Solomon must have had a few dogs running around his palace, for he seemed to know their behavior pretty well when he wrote, “Whoever meddles in a quarrel not his own is like one who takes a passing dog by the ears.” (Proverbs 26:17)
Over the years, we have had two dogs; two very large, not-so-bright mutts that somehow managed to take over the house. For the most part they have been mild-mannered and obedient critters. But, as I read the proverb above, I tried to picture myself picking either of them up by the ears. As their long-time owner, they may let me try, but I don’t think it could be done without someone getting hurt in the process. And while they’re meek with me, let a stranger attempt to grab my dogs’ ears and watch out!
Meddling in someone else’s problems, injecting ourselves into others’ disputes, or involving ourselves in the affairs of others just isn’t smart. In fact, Solomon says, it’s just about as wise as grabbing a stray dog by his ears – it’s not going to help and someone is gonna get hurt.
For years, I had only considered the possible harm to the one interfering – they were likely to get bitten. Certainly, that warning applies. However, we also have to consider the possible harm to those whose business we’re meddling in. The ears of a dog are tender and paper thin. They bleed easily, and once the bleeding starts, dogs will shake their heads vigorously in an effort to make it stop, spraying blood everywhere. In other words, meddling is potentially painful and messy – for everyone.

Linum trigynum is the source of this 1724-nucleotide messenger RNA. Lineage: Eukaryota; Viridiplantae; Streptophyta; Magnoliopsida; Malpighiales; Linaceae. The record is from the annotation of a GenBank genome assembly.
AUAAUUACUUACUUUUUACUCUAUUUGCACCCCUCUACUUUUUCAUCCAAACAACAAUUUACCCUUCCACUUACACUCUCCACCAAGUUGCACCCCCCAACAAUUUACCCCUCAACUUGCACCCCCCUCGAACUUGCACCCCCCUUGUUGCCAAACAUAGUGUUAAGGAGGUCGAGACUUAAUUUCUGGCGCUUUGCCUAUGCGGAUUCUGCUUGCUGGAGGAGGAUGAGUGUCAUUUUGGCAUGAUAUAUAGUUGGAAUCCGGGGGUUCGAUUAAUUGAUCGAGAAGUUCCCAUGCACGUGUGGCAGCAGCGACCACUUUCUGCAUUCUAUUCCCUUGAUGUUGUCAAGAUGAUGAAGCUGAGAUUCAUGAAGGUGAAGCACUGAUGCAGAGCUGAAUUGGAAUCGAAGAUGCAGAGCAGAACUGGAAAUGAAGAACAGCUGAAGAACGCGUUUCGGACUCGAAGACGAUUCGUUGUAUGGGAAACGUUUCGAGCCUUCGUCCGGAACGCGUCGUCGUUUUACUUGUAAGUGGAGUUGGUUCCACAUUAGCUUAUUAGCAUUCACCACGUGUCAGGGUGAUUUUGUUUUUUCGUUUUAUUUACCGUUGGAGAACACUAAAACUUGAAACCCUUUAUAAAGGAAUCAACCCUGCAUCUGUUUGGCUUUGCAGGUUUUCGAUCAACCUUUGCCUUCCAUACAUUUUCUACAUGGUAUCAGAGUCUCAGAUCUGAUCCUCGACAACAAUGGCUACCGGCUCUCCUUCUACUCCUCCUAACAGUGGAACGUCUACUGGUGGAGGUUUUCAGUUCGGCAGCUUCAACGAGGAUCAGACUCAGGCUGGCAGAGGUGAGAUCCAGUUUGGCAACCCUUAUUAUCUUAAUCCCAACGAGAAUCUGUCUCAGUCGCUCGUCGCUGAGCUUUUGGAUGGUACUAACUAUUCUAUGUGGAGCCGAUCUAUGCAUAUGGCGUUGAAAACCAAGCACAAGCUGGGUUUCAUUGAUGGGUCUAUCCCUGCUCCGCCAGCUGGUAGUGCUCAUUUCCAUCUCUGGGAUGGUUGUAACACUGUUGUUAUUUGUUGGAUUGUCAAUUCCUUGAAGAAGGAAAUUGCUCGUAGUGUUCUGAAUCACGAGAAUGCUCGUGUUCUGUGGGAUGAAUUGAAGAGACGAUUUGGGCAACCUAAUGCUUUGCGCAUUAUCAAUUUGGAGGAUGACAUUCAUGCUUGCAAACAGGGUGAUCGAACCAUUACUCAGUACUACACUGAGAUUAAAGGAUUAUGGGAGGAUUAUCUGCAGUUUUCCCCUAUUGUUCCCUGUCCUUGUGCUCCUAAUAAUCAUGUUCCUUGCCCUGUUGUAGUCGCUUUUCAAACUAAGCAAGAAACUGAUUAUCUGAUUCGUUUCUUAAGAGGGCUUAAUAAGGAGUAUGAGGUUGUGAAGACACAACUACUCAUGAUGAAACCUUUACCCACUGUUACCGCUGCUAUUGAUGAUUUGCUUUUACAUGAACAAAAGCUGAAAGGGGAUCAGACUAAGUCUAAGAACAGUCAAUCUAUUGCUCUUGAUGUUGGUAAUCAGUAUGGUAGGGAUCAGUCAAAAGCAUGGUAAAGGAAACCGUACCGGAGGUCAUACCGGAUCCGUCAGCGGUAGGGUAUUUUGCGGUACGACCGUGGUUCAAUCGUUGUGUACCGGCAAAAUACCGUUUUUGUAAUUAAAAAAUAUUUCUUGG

If those involved are your friends, there may be a time and place down the road for you to offer your assistance, but during the heat of the moment is not likely it. If they want or need your help, they will ask. Until then, for your sake, and theirs, mind your own business – and leave those dog ears alone! –Dave
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